Where Rice Reigns
October 13, 2021
Written By Jason Jenkins
Over the years, Rance Daniels has tried his hand at several cash crops. He’s cultivated corn. He’s grown and baled cotton. But here in southern Dunklin County, Mo., just a stone’s throw from the Arkansas border, one crop excels where others struggle.
“This is rice ground,” the third-generation Bootheel farmer said matter-of-factly as he drove west on Highway 164, crossing over one of the many diversion ditches that helped drain this region and transform it from swamp to farmland more than a century ago. “If it wasn’t for the rice, there’d be a lot fewer of us farmers around here.”
Since the mid-1990s, the Daniels family has focused its farming operation on long-grain rice production. The ground they manage comprises mostly gumbo, a heavy clay soil that becomes practically impervious when wet. While this characteristic is a challenge for crops that prefer well-drained soils, it’s suited for rice.
“We farm about 2,700 acres, and in most years, roughly two-thirds of it will be in rice with the rest in soybeans,” he said. “All of our fields are precision graded, and we can irrigate 99 percent of it.”
The Danielses raise rice in two different ways. A majority is grown on zero-grade fields that are engineered to be flooded. With no slope, the field is like a shallow bathtub, holding water that irrigates the crop while providing weed control. The family also grows “row rice.”
“We started doing that about seven years ago on fields with a grade,” Rance explained. “Instead of building levies across a field to flood it, we use furrow irrigation. The rice is planted on the same raised beds that we grow our soybeans. It’s really helped us reduce tillage expenses and made it easier to rotate crops.”
Typically, the growing season for rice runs from late March through early September. Yields range from 150 to 220 bushels per acre. “Rice farmers want 200-bushel rice just like corn farmers want 200-bushel corn,” added the 48-year-old.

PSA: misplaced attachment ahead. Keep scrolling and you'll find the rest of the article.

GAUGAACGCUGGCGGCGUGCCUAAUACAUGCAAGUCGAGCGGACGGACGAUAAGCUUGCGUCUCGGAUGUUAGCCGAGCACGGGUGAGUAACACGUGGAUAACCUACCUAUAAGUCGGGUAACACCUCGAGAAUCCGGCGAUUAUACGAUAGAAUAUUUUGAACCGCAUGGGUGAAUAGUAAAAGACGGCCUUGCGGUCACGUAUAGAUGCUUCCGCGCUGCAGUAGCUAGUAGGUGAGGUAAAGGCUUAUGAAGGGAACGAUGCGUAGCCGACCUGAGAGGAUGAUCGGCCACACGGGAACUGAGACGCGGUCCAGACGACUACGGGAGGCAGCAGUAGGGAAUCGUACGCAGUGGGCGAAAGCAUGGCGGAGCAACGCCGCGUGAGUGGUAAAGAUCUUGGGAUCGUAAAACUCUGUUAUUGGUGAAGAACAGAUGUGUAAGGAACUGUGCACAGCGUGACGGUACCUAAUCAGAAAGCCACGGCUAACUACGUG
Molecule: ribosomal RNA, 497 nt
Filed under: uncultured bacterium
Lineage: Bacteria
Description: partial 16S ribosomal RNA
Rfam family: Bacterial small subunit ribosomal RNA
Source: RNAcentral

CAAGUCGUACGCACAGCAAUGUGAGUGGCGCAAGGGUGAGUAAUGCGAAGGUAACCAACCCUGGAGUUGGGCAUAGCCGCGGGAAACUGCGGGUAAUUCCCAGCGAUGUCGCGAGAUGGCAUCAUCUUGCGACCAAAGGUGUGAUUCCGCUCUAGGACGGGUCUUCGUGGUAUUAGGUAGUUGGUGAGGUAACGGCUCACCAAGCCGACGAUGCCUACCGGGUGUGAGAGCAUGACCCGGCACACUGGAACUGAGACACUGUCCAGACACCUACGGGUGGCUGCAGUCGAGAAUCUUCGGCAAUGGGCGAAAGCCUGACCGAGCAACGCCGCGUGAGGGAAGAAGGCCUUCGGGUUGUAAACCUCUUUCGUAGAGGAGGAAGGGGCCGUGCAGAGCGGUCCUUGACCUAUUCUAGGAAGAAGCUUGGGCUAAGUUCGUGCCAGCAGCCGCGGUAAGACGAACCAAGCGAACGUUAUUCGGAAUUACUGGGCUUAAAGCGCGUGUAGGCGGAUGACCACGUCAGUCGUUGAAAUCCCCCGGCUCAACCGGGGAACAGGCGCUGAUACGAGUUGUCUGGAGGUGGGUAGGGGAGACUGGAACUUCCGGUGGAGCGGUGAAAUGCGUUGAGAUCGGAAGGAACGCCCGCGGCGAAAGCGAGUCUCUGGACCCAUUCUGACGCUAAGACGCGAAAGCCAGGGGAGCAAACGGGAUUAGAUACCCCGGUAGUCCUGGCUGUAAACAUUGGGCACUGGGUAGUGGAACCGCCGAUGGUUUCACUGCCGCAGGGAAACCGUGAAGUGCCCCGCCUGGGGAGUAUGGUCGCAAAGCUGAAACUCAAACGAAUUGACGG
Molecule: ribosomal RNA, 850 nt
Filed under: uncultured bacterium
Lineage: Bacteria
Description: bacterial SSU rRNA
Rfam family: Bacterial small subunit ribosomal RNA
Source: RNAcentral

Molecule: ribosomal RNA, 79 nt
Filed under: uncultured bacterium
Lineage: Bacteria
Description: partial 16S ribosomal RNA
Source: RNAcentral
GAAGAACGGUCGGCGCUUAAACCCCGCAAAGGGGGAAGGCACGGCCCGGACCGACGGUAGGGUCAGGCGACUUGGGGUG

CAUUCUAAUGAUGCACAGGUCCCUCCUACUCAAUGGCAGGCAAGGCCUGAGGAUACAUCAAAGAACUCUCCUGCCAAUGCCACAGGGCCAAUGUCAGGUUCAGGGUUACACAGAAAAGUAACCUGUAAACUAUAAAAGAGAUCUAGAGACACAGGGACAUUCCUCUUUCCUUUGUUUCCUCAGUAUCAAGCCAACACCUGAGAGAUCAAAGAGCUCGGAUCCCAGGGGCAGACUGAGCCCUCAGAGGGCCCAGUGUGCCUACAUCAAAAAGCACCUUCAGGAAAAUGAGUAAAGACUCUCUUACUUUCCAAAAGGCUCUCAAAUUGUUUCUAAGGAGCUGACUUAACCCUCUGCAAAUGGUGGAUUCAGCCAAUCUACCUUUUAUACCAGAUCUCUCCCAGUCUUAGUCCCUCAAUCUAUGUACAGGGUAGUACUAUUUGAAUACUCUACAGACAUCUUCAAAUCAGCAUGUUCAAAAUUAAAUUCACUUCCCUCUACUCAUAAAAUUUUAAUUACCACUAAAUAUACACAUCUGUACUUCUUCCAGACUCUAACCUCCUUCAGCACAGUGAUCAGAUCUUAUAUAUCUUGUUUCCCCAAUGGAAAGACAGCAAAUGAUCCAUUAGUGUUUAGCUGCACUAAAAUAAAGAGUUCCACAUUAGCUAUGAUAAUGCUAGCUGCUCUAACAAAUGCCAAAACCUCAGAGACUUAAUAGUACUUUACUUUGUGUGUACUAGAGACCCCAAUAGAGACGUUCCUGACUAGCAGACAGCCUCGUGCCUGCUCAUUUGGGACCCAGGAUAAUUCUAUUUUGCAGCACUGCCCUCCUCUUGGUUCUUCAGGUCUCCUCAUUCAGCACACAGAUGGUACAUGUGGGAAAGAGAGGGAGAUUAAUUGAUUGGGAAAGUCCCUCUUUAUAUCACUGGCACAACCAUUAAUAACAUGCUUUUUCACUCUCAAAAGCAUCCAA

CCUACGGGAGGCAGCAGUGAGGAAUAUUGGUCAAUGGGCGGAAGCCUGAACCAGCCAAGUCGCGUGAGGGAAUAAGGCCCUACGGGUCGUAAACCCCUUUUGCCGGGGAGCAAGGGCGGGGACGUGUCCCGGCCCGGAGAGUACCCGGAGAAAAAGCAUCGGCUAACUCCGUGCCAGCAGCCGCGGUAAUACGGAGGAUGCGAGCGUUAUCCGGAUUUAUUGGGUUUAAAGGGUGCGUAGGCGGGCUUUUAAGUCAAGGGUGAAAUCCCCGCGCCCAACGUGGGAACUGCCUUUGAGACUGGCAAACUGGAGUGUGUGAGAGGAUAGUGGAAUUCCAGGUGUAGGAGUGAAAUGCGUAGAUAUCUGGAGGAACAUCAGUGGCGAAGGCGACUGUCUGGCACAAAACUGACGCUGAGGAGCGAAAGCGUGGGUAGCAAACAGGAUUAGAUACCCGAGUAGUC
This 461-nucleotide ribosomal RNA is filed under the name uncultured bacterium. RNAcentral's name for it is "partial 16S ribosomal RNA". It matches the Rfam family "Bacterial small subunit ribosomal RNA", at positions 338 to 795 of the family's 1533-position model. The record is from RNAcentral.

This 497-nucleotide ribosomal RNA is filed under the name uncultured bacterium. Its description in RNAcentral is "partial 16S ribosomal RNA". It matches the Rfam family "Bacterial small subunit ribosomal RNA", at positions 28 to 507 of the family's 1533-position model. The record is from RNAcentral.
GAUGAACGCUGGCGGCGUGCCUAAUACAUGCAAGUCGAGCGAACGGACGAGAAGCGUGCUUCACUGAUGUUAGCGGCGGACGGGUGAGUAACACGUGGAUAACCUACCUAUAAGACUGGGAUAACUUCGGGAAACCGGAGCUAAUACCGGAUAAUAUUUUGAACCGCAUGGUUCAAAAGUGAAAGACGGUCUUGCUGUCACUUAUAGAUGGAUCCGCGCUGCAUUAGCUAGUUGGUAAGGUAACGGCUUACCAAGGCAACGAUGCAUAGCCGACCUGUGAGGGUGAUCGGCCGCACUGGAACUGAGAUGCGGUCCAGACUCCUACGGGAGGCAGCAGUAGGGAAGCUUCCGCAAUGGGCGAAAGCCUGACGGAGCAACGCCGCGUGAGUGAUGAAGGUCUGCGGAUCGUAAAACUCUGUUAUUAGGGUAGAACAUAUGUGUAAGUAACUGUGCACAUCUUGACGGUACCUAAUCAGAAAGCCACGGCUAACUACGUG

While Daniels Farms has many fuel, oil and lubricant needs, it was MFA Oil Company’s willingness to supply the farm with bulk oil that secured Rance’s business.
“Nobody else around here wanted to fool with it, so that’s how Perry converted me,” Rance said with a laugh, referring to MFA Oil Area Manager Perry Sample. “Now, they take care of everything for us.”
Rance began serving as an MFA Oil delegate in 2017. It’s one of his many volunteer positions. He currently is a director for the USA Rice Federation. He also devotes time to the Missouri Rice Research & Merchandising Council, the Missouri Farm Bureau Rice Committee, the Elk Chute Drainage District and the University of Missouri Fisher Delta Research Center Advisory Board.
“There’s a lot that goes on past my property line that can greatly affect my livelihood, so I’ve learned that you’ve got to be involved,” he said. “If you’re not in the room sharing your opinion, somebody else will be there, and that’s whose voice will be heard.”
Rance added that being involved allows him to be “in the know” sooner about opportunities that could benefit his farm. One such example is solar energy, which the MFA Oil business trends committee is currently exploring.
“At our last meeting, I learned what MFA Oil is doing with solar,” he said. “So, now we’re taking a look at it here, running the numbers to see if it could help offset the cost of running our grain bin dryers.”
Rance and his wife, Robin, have three children—26-year-old Taylor, 17-year-old Chase and 16-year-old Emma. In August, Taylor and her husband, Gunter Bell, welcomed their first child, Cooper. The family plans to continue its farming tradition.
“Chase is a senior this year, and after he graduates, he’s attending trade school to learn diesel mechanics,” Rance said. “After that, he wants to come back and farm. He’s got big ideas.”